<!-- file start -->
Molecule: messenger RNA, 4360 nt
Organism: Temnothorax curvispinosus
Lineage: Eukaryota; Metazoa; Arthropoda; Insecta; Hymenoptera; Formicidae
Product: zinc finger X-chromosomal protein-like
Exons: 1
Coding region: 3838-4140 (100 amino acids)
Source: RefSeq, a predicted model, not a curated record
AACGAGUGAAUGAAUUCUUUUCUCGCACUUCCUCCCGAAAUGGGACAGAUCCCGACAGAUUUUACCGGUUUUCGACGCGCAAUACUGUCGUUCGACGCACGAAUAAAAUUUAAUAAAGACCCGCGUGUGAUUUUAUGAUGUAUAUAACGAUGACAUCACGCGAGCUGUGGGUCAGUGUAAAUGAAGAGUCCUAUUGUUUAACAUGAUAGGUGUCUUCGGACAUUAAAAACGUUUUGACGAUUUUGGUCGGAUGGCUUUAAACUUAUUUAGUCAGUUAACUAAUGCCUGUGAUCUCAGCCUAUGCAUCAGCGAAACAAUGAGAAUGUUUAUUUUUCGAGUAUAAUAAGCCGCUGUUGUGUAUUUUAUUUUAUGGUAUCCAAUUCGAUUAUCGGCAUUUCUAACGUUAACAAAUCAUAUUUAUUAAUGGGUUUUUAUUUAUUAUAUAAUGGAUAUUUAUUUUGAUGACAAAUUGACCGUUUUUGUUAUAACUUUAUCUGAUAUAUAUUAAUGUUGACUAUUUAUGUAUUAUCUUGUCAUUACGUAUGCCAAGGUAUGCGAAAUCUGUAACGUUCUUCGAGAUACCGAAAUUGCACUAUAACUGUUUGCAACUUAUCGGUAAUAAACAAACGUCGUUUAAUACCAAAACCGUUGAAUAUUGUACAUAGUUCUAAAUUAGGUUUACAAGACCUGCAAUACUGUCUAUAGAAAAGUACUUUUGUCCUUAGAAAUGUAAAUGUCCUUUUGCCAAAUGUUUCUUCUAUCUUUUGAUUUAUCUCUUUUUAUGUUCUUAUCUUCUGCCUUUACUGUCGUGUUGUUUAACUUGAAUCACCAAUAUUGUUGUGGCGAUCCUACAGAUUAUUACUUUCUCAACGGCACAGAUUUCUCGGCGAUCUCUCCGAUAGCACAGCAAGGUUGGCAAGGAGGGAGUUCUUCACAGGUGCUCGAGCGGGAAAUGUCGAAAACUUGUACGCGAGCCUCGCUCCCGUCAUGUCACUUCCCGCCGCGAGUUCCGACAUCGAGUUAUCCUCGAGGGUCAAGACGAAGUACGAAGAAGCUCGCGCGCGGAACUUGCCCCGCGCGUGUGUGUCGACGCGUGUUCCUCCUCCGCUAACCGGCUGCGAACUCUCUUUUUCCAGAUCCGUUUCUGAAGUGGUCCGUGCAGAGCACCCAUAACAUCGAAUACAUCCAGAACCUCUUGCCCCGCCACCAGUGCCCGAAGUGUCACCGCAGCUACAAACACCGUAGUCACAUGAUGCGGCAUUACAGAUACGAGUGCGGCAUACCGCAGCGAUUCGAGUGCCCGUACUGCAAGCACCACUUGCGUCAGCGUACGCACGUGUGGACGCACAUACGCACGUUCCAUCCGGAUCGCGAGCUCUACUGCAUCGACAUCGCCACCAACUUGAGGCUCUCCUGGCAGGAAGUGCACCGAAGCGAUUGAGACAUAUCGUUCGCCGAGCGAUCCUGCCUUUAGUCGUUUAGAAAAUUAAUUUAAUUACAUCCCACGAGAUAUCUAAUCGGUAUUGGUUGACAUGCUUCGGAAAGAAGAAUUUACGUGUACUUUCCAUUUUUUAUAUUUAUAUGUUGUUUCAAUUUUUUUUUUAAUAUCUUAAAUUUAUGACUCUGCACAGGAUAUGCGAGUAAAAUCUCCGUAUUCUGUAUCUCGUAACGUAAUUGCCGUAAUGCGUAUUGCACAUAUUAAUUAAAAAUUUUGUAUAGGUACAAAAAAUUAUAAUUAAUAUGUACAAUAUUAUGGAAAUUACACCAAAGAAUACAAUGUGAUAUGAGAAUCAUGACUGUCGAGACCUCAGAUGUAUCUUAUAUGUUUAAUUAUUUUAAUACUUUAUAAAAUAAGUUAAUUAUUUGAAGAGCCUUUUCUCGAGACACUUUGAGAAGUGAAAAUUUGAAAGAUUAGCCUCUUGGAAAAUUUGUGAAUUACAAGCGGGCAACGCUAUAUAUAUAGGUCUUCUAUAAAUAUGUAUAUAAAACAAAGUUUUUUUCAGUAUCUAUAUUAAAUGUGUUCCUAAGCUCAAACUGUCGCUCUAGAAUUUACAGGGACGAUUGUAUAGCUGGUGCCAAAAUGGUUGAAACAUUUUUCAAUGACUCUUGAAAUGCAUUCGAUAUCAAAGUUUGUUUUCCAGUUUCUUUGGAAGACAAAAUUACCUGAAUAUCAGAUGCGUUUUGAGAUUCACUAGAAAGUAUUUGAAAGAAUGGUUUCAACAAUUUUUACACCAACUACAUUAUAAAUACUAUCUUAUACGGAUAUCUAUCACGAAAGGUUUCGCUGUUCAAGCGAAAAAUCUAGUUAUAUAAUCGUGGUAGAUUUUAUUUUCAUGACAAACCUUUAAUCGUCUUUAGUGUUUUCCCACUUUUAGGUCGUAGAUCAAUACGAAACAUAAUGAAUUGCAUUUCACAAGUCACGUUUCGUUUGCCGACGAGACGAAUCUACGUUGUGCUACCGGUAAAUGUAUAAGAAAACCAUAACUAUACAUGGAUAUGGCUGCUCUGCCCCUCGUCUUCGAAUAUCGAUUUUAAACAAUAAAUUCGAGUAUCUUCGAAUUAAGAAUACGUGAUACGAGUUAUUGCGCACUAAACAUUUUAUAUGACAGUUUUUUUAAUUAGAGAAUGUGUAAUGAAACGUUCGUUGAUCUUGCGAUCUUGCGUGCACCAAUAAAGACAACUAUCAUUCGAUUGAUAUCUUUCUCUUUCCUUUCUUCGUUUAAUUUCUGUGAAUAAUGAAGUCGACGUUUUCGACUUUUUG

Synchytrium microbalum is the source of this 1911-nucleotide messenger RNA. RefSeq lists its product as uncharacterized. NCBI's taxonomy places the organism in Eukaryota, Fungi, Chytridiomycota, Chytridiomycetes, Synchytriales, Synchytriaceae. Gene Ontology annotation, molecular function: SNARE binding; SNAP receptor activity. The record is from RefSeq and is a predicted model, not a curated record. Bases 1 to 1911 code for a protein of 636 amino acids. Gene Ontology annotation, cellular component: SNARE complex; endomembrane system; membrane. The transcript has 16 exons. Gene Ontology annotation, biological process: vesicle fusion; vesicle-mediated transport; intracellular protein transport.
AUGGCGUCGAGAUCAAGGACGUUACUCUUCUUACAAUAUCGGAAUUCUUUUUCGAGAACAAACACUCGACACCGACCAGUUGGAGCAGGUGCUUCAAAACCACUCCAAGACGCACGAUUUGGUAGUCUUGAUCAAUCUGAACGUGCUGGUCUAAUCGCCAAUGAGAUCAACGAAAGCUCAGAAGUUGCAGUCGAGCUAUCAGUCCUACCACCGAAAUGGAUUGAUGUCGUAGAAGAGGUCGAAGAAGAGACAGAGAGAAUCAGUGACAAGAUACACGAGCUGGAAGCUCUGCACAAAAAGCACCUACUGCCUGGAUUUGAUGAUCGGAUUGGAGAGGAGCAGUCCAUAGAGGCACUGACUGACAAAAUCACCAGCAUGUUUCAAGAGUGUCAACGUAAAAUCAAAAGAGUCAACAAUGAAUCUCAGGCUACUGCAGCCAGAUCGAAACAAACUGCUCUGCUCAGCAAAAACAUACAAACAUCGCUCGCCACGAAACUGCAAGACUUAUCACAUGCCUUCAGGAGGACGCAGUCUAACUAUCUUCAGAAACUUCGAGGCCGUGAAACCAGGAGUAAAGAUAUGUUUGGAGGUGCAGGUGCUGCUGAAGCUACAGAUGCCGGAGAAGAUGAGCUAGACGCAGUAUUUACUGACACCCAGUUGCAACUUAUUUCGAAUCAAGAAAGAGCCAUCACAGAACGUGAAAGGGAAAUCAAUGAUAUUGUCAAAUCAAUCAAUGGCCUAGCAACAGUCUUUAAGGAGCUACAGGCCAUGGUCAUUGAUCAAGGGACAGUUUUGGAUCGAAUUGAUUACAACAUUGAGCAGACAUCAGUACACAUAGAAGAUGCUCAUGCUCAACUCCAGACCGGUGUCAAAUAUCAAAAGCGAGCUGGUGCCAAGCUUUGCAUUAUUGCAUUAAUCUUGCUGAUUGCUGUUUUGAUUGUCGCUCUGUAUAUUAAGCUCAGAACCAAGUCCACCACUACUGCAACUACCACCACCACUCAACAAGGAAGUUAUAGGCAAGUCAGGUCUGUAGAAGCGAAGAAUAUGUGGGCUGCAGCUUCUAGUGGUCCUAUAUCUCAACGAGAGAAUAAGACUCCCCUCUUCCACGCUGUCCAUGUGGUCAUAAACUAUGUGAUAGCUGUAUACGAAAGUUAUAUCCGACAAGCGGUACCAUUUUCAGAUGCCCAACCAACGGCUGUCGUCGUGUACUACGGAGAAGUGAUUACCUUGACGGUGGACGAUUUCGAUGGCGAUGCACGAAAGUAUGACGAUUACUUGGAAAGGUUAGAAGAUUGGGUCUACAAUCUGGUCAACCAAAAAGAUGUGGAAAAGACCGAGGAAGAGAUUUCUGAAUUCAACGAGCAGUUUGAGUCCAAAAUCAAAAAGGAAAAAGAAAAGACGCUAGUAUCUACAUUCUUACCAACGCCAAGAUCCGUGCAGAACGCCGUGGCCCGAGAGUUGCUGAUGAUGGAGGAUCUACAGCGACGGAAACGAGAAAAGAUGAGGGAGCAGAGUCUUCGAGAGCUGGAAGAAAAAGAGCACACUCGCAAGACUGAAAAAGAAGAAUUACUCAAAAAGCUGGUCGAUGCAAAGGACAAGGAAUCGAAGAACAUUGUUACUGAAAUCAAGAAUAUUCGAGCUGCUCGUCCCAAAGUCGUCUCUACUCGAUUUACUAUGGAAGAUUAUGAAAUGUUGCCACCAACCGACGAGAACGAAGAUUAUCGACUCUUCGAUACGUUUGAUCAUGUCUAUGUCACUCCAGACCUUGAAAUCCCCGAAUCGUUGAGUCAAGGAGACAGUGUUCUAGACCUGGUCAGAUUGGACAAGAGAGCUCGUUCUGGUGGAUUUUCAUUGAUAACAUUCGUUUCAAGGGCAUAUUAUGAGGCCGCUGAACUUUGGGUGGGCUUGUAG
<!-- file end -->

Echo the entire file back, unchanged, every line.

Molecule: messenger RNA, 4360 nt
Organism: Temnothorax curvispinosus
Lineage: Eukaryota; Metazoa; Arthropoda; Insecta; Hymenoptera; Formicidae
Product: zinc finger X-chromosomal protein-like
Exons: 1
Coding region: 3838-4140 (100 amino acids)
Source: RefSeq, a predicted model, not a curated record
AACGAGUGAAUGAAUUCUUUUCUCGCACUUCCUCCCGAAAUGGGACAGAUCCCGACAGAUUUUACCGGUUUUCGACGCGCAAUACUGUCGUUCGACGCACGAAUAAAAUUUAAUAAAGACCCGCGUGUGAUUUUAUGAUGUAUAUAACGAUGACAUCACGCGAGCUGUGGGUCAGUGUAAAUGAAGAGUCCUAUUGUUUAACAUGAUAGGUGUCUUCGGACAUUAAAAACGUUUUGACGAUUUUGGUCGGAUGGCUUUAAACUUAUUUAGUCAGUUAACUAAUGCCUGUGAUCUCAGCCUAUGCAUCAGCGAAACAAUGAGAAUGUUUAUUUUUCGAGUAUAAUAAGCCGCUGUUGUGUAUUUUAUUUUAUGGUAUCCAAUUCGAUUAUCGGCAUUUCUAACGUUAACAAAUCAUAUUUAUUAAUGGGUUUUUAUUUAUUAUAUAAUGGAUAUUUAUUUUGAUGACAAAUUGACCGUUUUUGUUAUAACUUUAUCUGAUAUAUAUUAAUGUUGACUAUUUAUGUAUUAUCUUGUCAUUACGUAUGCCAAGGUAUGCGAAAUCUGUAACGUUCUUCGAGAUACCGAAAUUGCACUAUAACUGUUUGCAACUUAUCGGUAAUAAACAAACGUCGUUUAAUACCAAAACCGUUGAAUAUUGUACAUAGUUCUAAAUUAGGUUUACAAGACCUGCAAUACUGUCUAUAGAAAAGUACUUUUGUCCUUAGAAAUGUAAAUGUCCUUUUGCCAAAUGUUUCUUCUAUCUUUUGAUUUAUCUCUUUUUAUGUUCUUAUCUUCUGCCUUUACUGUCGUGUUGUUUAACUUGAAUCACCAAUAUUGUUGUGGCGAUCCUACAGAUUAUUACUUUCUCAACGGCACAGAUUUCUCGGCGAUCUCUCCGAUAGCACAGCAAGGUUGGCAAGGAGGGAGUUCUUCACAGGUGCUCGAGCGGGAAAUGUCGAAAACUUGUACGCGAGCCUCGCUCCCGUCAUGUCACUUCCCGCCGCGAGUUCCGACAUCGAGUUAUCCUCGAGGGUCAAGACGAAGUACGAAGAAGCUCGCGCGCGGAACUUGCCCCGCGCGUGUGUGUCGACGCGUGUUCCUCCUCCGCUAACCGGCUGCGAACUCUCUUUUUCCAGAUCCGUUUCUGAAGUGGUCCGUGCAGAGCACCCAUAACAUCGAAUACAUCCAGAACCUCUUGCCCCGCCACCAGUGCCCGAAGUGUCACCGCAGCUACAAACACCGUAGUCACAUGAUGCGGCAUUACAGAUACGAGUGCGGCAUACCGCAGCGAUUCGAGUGCCCGUACUGCAAGCACCACUUGCGUCAGCGUACGCACGUGUGGACGCACAUACGCACGUUCCAUCCGGAUCGCGAGCUCUACUGCAUCGACAUCGCCACCAACUUGAGGCUCUCCUGGCAGGAAGUGCACCGAAGCGAUUGAGACAUAUCGUUCGCCGAGCGAUCCUGCCUUUAGUCGUUUAGAAAAUUAAUUUAAUUACAUCCCACGAGAUAUCUAAUCGGUAUUGGUUGACAUGCUUCGGAAAGAAGAAUUUACGUGUACUUUCCAUUUUUUAUAUUUAUAUGUUGUUUCAAUUUUUUUUUUAAUAUCUUAAAUUUAUGACUCUGCACAGGAUAUGCGAGUAAAAUCUCCGUAUUCUGUAUCUCGUAACGUAAUUGCCGUAAUGCGUAUUGCACAUAUUAAUUAAAAAUUUUGUAUAGGUACAAAAAAUUAUAAUUAAUAUGUACAAUAUUAUGGAAAUUACACCAAAGAAUACAAUGUGAUAUGAGAAUCAUGACUGUCGAGACCUCAGAUGUAUCUUAUAUGUUUAAUUAUUUUAAUACUUUAUAAAAUAAGUUAAUUAUUUGAAGAGCCUUUUCUCGAGACACUUUGAGAAGUGAAAAUUUGAAAGAUUAGCCUCUUGGAAAAUUUGUGAAUUACAAGCGGGCAACGCUAUAUAUAUAGGUCUUCUAUAAAUAUGUAUAUAAAACAAAGUUUUUUUCAGUAUCUAUAUUAAAUGUGUUCCUAAGCUCAAACUGUCGCUCUAGAAUUUACAGGGACGAUUGUAUAGCUGGUGCCAAAAUGGUUGAAACAUUUUUCAAUGACUCUUGAAAUGCAUUCGAUAUCAAAGUUUGUUUUCCAGUUUCUUUGGAAGACAAAAUUACCUGAAUAUCAGAUGCGUUUUGAGAUUCACUAGAAAGUAUUUGAAAGAAUGGUUUCAACAAUUUUUACACCAACUACAUUAUAAAUACUAUCUUAUACGGAUAUCUAUCACGAAAGGUUUCGCUGUUCAAGCGAAAAAUCUAGUUAUAUAAUCGUGGUAGAUUUUAUUUUCAUGACAAACCUUUAAUCGUCUUUAGUGUUUUCCCACUUUUAGGUCGUAGAUCAAUACGAAACAUAAUGAAUUGCAUUUCACAAGUCACGUUUCGUUUGCCGACGAGACGAAUCUACGUUGUGCUACCGGUAAAUGUAUAAGAAAACCAUAACUAUACAUGGAUAUGGCUGCUCUGCCCCUCGUCUUCGAAUAUCGAUUUUAAACAAUAAAUUCGAGUAUCUUCGAAUUAAGAAUACGUGAUACGAGUUAUUGCGCACUAAACAUUUUAUAUGACAGUUUUUUUAAUUAGAGAAUGUGUAAUGAAACGUUCGUUGAUCUUGCGAUCUUGCGUGCACCAAUAAAGACAACUAUCAUUCGAUUGAUAUCUUUCUCUUUCCUUUCUUCGUUUAAUUUCUGUGAAUAAUGAAGUCGACGUUUUCGACUUUUUG

Synchytrium microbalum is the source of this 1911-nucleotide messenger RNA. RefSeq lists its product as uncharacterized. NCBI's taxonomy places the organism in Eukaryota, Fungi, Chytridiomycota, Chytridiomycetes, Synchytriales, Synchytriaceae. Gene Ontology annotation, molecular function: SNARE binding; SNAP receptor activity. The record is from RefSeq and is a predicted model, not a curated record. Bases 1 to 1911 code for a protein of 636 amino acids. Gene Ontology annotation, cellular component: SNARE complex; endomembrane system; membrane. The transcript has 16 exons. Gene Ontology annotation, biological process: vesicle fusion; vesicle-mediated transport; intracellular protein transport.
AUGGCGUCGAGAUCAAGGACGUUACUCUUCUUACAAUAUCGGAAUUCUUUUUCGAGAACAAACACUCGACACCGACCAGUUGGAGCAGGUGCUUCAAAACCACUCCAAGACGCACGAUUUGGUAGUCUUGAUCAAUCUGAACGUGCUGGUCUAAUCGCCAAUGAGAUCAACGAAAGCUCAGAAGUUGCAGUCGAGCUAUCAGUCCUACCACCGAAAUGGAUUGAUGUCGUAGAAGAGGUCGAAGAAGAGACAGAGAGAAUCAGUGACAAGAUACACGAGCUGGAAGCUCUGCACAAAAAGCACCUACUGCCUGGAUUUGAUGAUCGGAUUGGAGAGGAGCAGUCCAUAGAGGCACUGACUGACAAAAUCACCAGCAUGUUUCAAGAGUGUCAACGUAAAAUCAAAAGAGUCAACAAUGAAUCUCAGGCUACUGCAGCCAGAUCGAAACAAACUGCUCUGCUCAGCAAAAACAUACAAACAUCGCUCGCCACGAAACUGCAAGACUUAUCACAUGCCUUCAGGAGGACGCAGUCUAACUAUCUUCAGAAACUUCGAGGCCGUGAAACCAGGAGUAAAGAUAUGUUUGGAGGUGCAGGUGCUGCUGAAGCUACAGAUGCCGGAGAAGAUGAGCUAGACGCAGUAUUUACUGACACCCAGUUGCAACUUAUUUCGAAUCAAGAAAGAGCCAUCACAGAACGUGAAAGGGAAAUCAAUGAUAUUGUCAAAUCAAUCAAUGGCCUAGCAACAGUCUUUAAGGAGCUACAGGCCAUGGUCAUUGAUCAAGGGACAGUUUUGGAUCGAAUUGAUUACAACAUUGAGCAGACAUCAGUACACAUAGAAGAUGCUCAUGCUCAACUCCAGACCGGUGUCAAAUAUCAAAAGCGAGCUGGUGCCAAGCUUUGCAUUAUUGCAUUAAUCUUGCUGAUUGCUGUUUUGAUUGUCGCUCUGUAUAUUAAGCUCAGAACCAAGUCCACCACUACUGCAACUACCACCACCACUCAACAAGGAAGUUAUAGGCAAGUCAGGUCUGUAGAAGCGAAGAAUAUGUGGGCUGCAGCUUCUAGUGGUCCUAUAUCUCAACGAGAGAAUAAGACUCCCCUCUUCCACGCUGUCCAUGUGGUCAUAAACUAUGUGAUAGCUGUAUACGAAAGUUAUAUCCGACAAGCGGUACCAUUUUCAGAUGCCCAACCAACGGCUGUCGUCGUGUACUACGGAGAAGUGAUUACCUUGACGGUGGACGAUUUCGAUGGCGAUGCACGAAAGUAUGACGAUUACUUGGAAAGGUUAGAAGAUUGGGUCUACAAUCUGGUCAACCAAAAAGAUGUGGAAAAGACCGAGGAAGAGAUUUCUGAAUUCAACGAGCAGUUUGAGUCCAAAAUCAAAAAGGAAAAAGAAAAGACGCUAGUAUCUACAUUCUUACCAACGCCAAGAUCCGUGCAGAACGCCGUGGCCCGAGAGUUGCUGAUGAUGGAGGAUCUACAGCGACGGAAACGAGAAAAGAUGAGGGAGCAGAGUCUUCGAGAGCUGGAAGAAAAAGAGCACACUCGCAAGACUGAAAAAGAAGAAUUACUCAAAAAGCUGGUCGAUGCAAAGGACAAGGAAUCGAAGAACAUUGUUACUGAAAUCAAGAAUAUUCGAGCUGCUCGUCCCAAAGUCGUCUCUACUCGAUUUACUAUGGAAGAUUAUGAAAUGUUGCCACCAACCGACGAGAACGAAGAUUAUCGACUCUUCGAUACGUUUGAUCAUGUCUAUGUCACUCCAGACCUUGAAAUCCCCGAAUCGUUGAGUCAAGGAGACAGUGUUCUAGACCUGGUCAGAUUGGACAAGAGAGCUCGUUCUGGUGGAUUUUCAUUGAUAACAUUCGUUUCAAGGGCAUAUUAUGAGGCCGCUGAACUUUGGGUGGGCUUGUAG